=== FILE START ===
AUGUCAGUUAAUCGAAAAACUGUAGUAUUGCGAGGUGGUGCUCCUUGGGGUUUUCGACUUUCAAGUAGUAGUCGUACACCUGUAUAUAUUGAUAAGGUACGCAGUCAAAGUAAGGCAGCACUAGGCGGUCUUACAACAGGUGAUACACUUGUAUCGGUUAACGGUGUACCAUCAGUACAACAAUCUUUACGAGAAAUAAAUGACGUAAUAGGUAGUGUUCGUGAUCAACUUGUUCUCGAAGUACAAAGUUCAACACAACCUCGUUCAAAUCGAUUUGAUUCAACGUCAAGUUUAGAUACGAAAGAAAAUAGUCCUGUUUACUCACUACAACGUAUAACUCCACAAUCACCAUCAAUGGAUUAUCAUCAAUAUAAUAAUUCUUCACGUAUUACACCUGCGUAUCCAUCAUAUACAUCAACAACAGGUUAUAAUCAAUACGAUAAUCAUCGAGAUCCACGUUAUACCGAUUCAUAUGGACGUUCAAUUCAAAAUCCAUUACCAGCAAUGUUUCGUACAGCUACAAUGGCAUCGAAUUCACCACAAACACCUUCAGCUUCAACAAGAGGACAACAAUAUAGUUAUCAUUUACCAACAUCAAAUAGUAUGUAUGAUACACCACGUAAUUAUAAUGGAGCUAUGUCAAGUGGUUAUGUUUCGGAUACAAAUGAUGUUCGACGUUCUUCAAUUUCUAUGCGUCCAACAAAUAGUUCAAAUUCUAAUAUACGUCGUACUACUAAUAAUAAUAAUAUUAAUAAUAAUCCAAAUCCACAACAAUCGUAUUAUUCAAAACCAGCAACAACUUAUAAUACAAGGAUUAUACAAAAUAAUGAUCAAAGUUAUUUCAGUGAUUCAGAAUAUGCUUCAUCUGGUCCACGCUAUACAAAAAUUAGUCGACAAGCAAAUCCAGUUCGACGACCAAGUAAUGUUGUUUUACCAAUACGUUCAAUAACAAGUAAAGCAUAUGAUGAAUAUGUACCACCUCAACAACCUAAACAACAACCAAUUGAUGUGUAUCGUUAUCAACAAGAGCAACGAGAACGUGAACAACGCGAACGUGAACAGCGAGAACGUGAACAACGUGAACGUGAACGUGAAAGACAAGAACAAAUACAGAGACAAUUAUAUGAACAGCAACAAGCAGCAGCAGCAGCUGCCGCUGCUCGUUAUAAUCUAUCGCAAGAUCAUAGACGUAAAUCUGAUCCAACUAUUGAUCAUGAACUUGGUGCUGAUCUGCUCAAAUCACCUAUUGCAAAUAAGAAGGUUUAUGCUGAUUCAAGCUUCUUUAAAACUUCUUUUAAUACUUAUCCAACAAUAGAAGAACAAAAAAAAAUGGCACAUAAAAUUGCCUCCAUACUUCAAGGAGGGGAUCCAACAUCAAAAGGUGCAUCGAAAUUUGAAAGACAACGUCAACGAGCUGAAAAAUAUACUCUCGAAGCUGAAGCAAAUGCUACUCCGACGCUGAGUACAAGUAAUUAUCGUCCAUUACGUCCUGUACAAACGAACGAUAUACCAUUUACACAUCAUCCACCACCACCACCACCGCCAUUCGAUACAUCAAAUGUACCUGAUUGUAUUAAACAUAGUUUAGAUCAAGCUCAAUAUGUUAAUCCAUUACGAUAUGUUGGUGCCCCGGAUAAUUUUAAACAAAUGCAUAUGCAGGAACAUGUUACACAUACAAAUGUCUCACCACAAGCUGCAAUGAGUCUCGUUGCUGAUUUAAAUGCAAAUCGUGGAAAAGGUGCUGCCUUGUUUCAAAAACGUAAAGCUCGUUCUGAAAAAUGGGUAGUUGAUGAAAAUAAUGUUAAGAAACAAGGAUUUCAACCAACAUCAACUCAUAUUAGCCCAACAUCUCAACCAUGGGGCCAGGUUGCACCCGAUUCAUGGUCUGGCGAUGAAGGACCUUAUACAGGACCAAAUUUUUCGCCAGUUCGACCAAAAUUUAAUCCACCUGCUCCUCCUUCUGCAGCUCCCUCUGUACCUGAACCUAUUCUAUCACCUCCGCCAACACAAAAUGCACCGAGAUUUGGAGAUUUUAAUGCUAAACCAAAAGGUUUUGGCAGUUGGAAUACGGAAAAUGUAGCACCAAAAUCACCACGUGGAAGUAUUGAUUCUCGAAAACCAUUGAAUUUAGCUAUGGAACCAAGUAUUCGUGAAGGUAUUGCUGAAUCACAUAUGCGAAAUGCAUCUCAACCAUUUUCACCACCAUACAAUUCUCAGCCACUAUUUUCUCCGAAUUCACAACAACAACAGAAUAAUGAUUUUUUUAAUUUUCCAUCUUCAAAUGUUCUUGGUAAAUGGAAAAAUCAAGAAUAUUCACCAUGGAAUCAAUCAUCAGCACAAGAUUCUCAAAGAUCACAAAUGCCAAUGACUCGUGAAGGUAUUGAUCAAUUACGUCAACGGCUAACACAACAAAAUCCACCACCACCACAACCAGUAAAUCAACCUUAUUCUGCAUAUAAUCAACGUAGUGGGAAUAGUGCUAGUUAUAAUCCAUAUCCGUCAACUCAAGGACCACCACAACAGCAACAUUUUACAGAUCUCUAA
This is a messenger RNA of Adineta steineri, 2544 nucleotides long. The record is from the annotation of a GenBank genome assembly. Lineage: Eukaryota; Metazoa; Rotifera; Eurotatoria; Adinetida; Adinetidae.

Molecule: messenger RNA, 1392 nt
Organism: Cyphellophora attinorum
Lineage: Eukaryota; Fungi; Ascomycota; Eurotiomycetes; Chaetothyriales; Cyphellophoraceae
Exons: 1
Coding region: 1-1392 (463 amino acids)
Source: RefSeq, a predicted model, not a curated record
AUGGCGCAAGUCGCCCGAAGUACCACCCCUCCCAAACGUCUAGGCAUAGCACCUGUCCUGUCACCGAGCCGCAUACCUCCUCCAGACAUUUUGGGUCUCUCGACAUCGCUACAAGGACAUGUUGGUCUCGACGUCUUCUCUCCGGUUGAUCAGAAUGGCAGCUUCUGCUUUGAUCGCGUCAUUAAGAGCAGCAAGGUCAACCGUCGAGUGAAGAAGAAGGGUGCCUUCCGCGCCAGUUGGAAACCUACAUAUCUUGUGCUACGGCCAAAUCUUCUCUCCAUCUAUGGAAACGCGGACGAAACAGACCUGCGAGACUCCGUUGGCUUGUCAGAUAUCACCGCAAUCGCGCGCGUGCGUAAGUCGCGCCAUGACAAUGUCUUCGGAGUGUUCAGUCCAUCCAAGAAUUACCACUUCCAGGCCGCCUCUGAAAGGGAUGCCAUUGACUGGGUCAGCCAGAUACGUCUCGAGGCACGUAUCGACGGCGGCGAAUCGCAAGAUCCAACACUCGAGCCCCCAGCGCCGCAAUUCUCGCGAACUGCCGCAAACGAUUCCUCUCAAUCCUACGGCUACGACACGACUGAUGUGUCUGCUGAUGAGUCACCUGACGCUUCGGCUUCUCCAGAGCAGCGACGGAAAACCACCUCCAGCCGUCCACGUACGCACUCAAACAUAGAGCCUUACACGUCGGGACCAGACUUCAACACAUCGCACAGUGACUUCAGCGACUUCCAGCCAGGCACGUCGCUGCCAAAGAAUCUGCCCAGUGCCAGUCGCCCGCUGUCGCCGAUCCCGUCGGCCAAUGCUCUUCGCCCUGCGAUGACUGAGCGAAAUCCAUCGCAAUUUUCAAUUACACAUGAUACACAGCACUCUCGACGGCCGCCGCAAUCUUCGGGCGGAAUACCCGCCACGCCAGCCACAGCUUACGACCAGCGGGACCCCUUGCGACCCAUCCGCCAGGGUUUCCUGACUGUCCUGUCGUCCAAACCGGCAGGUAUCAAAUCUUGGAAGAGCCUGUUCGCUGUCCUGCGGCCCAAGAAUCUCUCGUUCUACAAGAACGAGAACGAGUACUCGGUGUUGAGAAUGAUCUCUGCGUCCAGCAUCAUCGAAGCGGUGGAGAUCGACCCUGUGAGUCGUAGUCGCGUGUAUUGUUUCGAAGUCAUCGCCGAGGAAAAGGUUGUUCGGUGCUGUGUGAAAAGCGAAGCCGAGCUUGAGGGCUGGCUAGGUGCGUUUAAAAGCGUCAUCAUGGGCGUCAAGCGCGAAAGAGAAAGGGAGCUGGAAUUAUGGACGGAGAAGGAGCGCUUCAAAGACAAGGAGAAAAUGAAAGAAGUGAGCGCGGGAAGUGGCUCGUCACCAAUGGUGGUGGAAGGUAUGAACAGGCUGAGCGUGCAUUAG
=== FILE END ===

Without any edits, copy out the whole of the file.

AUGUCAGUUAAUCGAAAAACUGUAGUAUUGCGAGGUGGUGCUCCUUGGGGUUUUCGACUUUCAAGUAGUAGUCGUACACCUGUAUAUAUUGAUAAGGUACGCAGUCAAAGUAAGGCAGCACUAGGCGGUCUUACAACAGGUGAUACACUUGUAUCGGUUAACGGUGUACCAUCAGUACAACAAUCUUUACGAGAAAUAAAUGACGUAAUAGGUAGUGUUCGUGAUCAACUUGUUCUCGAAGUACAAAGUUCAACACAACCUCGUUCAAAUCGAUUUGAUUCAACGUCAAGUUUAGAUACGAAAGAAAAUAGUCCUGUUUACUCACUACAACGUAUAACUCCACAAUCACCAUCAAUGGAUUAUCAUCAAUAUAAUAAUUCUUCACGUAUUACACCUGCGUAUCCAUCAUAUACAUCAACAACAGGUUAUAAUCAAUACGAUAAUCAUCGAGAUCCACGUUAUACCGAUUCAUAUGGACGUUCAAUUCAAAAUCCAUUACCAGCAAUGUUUCGUACAGCUACAAUGGCAUCGAAUUCACCACAAACACCUUCAGCUUCAACAAGAGGACAACAAUAUAGUUAUCAUUUACCAACAUCAAAUAGUAUGUAUGAUACACCACGUAAUUAUAAUGGAGCUAUGUCAAGUGGUUAUGUUUCGGAUACAAAUGAUGUUCGACGUUCUUCAAUUUCUAUGCGUCCAACAAAUAGUUCAAAUUCUAAUAUACGUCGUACUACUAAUAAUAAUAAUAUUAAUAAUAAUCCAAAUCCACAACAAUCGUAUUAUUCAAAACCAGCAACAACUUAUAAUACAAGGAUUAUACAAAAUAAUGAUCAAAGUUAUUUCAGUGAUUCAGAAUAUGCUUCAUCUGGUCCACGCUAUACAAAAAUUAGUCGACAAGCAAAUCCAGUUCGACGACCAAGUAAUGUUGUUUUACCAAUACGUUCAAUAACAAGUAAAGCAUAUGAUGAAUAUGUACCACCUCAACAACCUAAACAACAACCAAUUGAUGUGUAUCGUUAUCAACAAGAGCAACGAGAACGUGAACAACGCGAACGUGAACAGCGAGAACGUGAACAACGUGAACGUGAACGUGAAAGACAAGAACAAAUACAGAGACAAUUAUAUGAACAGCAACAAGCAGCAGCAGCAGCUGCCGCUGCUCGUUAUAAUCUAUCGCAAGAUCAUAGACGUAAAUCUGAUCCAACUAUUGAUCAUGAACUUGGUGCUGAUCUGCUCAAAUCACCUAUUGCAAAUAAGAAGGUUUAUGCUGAUUCAAGCUUCUUUAAAACUUCUUUUAAUACUUAUCCAACAAUAGAAGAACAAAAAAAAAUGGCACAUAAAAUUGCCUCCAUACUUCAAGGAGGGGAUCCAACAUCAAAAGGUGCAUCGAAAUUUGAAAGACAACGUCAACGAGCUGAAAAAUAUACUCUCGAAGCUGAAGCAAAUGCUACUCCGACGCUGAGUACAAGUAAUUAUCGUCCAUUACGUCCUGUACAAACGAACGAUAUACCAUUUACACAUCAUCCACCACCACCACCACCGCCAUUCGAUACAUCAAAUGUACCUGAUUGUAUUAAACAUAGUUUAGAUCAAGCUCAAUAUGUUAAUCCAUUACGAUAUGUUGGUGCCCCGGAUAAUUUUAAACAAAUGCAUAUGCAGGAACAUGUUACACAUACAAAUGUCUCACCACAAGCUGCAAUGAGUCUCGUUGCUGAUUUAAAUGCAAAUCGUGGAAAAGGUGCUGCCUUGUUUCAAAAACGUAAAGCUCGUUCUGAAAAAUGGGUAGUUGAUGAAAAUAAUGUUAAGAAACAAGGAUUUCAACCAACAUCAACUCAUAUUAGCCCAACAUCUCAACCAUGGGGCCAGGUUGCACCCGAUUCAUGGUCUGGCGAUGAAGGACCUUAUACAGGACCAAAUUUUUCGCCAGUUCGACCAAAAUUUAAUCCACCUGCUCCUCCUUCUGCAGCUCCCUCUGUACCUGAACCUAUUCUAUCACCUCCGCCAACACAAAAUGCACCGAGAUUUGGAGAUUUUAAUGCUAAACCAAAAGGUUUUGGCAGUUGGAAUACGGAAAAUGUAGCACCAAAAUCACCACGUGGAAGUAUUGAUUCUCGAAAACCAUUGAAUUUAGCUAUGGAACCAAGUAUUCGUGAAGGUAUUGCUGAAUCACAUAUGCGAAAUGCAUCUCAACCAUUUUCACCACCAUACAAUUCUCAGCCACUAUUUUCUCCGAAUUCACAACAACAACAGAAUAAUGAUUUUUUUAAUUUUCCAUCUUCAAAUGUUCUUGGUAAAUGGAAAAAUCAAGAAUAUUCACCAUGGAAUCAAUCAUCAGCACAAGAUUCUCAAAGAUCACAAAUGCCAAUGACUCGUGAAGGUAUUGAUCAAUUACGUCAACGGCUAACACAACAAAAUCCACCACCACCACAACCAGUAAAUCAACCUUAUUCUGCAUAUAAUCAACGUAGUGGGAAUAGUGCUAGUUAUAAUCCAUAUCCGUCAACUCAAGGACCACCACAACAGCAACAUUUUACAGAUCUCUAA
This is a messenger RNA of Adineta steineri, 2544 nucleotides long. The record is from the annotation of a GenBank genome assembly. Lineage: Eukaryota; Metazoa; Rotifera; Eurotatoria; Adinetida; Adinetidae.

Molecule: messenger RNA, 1392 nt
Organism: Cyphellophora attinorum
Lineage: Eukaryota; Fungi; Ascomycota; Eurotiomycetes; Chaetothyriales; Cyphellophoraceae
Exons: 1
Coding region: 1-1392 (463 amino acids)
Source: RefSeq, a predicted model, not a curated record
AUGGCGCAAGUCGCCCGAAGUACCACCCCUCCCAAACGUCUAGGCAUAGCACCUGUCCUGUCACCGAGCCGCAUACCUCCUCCAGACAUUUUGGGUCUCUCGACAUCGCUACAAGGACAUGUUGGUCUCGACGUCUUCUCUCCGGUUGAUCAGAAUGGCAGCUUCUGCUUUGAUCGCGUCAUUAAGAGCAGCAAGGUCAACCGUCGAGUGAAGAAGAAGGGUGCCUUCCGCGCCAGUUGGAAACCUACAUAUCUUGUGCUACGGCCAAAUCUUCUCUCCAUCUAUGGAAACGCGGACGAAACAGACCUGCGAGACUCCGUUGGCUUGUCAGAUAUCACCGCAAUCGCGCGCGUGCGUAAGUCGCGCCAUGACAAUGUCUUCGGAGUGUUCAGUCCAUCCAAGAAUUACCACUUCCAGGCCGCCUCUGAAAGGGAUGCCAUUGACUGGGUCAGCCAGAUACGUCUCGAGGCACGUAUCGACGGCGGCGAAUCGCAAGAUCCAACACUCGAGCCCCCAGCGCCGCAAUUCUCGCGAACUGCCGCAAACGAUUCCUCUCAAUCCUACGGCUACGACACGACUGAUGUGUCUGCUGAUGAGUCACCUGACGCUUCGGCUUCUCCAGAGCAGCGACGGAAAACCACCUCCAGCCGUCCACGUACGCACUCAAACAUAGAGCCUUACACGUCGGGACCAGACUUCAACACAUCGCACAGUGACUUCAGCGACUUCCAGCCAGGCACGUCGCUGCCAAAGAAUCUGCCCAGUGCCAGUCGCCCGCUGUCGCCGAUCCCGUCGGCCAAUGCUCUUCGCCCUGCGAUGACUGAGCGAAAUCCAUCGCAAUUUUCAAUUACACAUGAUACACAGCACUCUCGACGGCCGCCGCAAUCUUCGGGCGGAAUACCCGCCACGCCAGCCACAGCUUACGACCAGCGGGACCCCUUGCGACCCAUCCGCCAGGGUUUCCUGACUGUCCUGUCGUCCAAACCGGCAGGUAUCAAAUCUUGGAAGAGCCUGUUCGCUGUCCUGCGGCCCAAGAAUCUCUCGUUCUACAAGAACGAGAACGAGUACUCGGUGUUGAGAAUGAUCUCUGCGUCCAGCAUCAUCGAAGCGGUGGAGAUCGACCCUGUGAGUCGUAGUCGCGUGUAUUGUUUCGAAGUCAUCGCCGAGGAAAAGGUUGUUCGGUGCUGUGUGAAAAGCGAAGCCGAGCUUGAGGGCUGGCUAGGUGCGUUUAAAAGCGUCAUCAUGGGCGUCAAGCGCGAAAGAGAAAGGGAGCUGGAAUUAUGGACGGAGAAGGAGCGCUUCAAAGACAAGGAGAAAAUGAAAGAAGUGAGCGCGGGAAGUGGCUCGUCACCAAUGGUGGUGGAAGGUAUGAACAGGCUGAGCGUGCAUUAG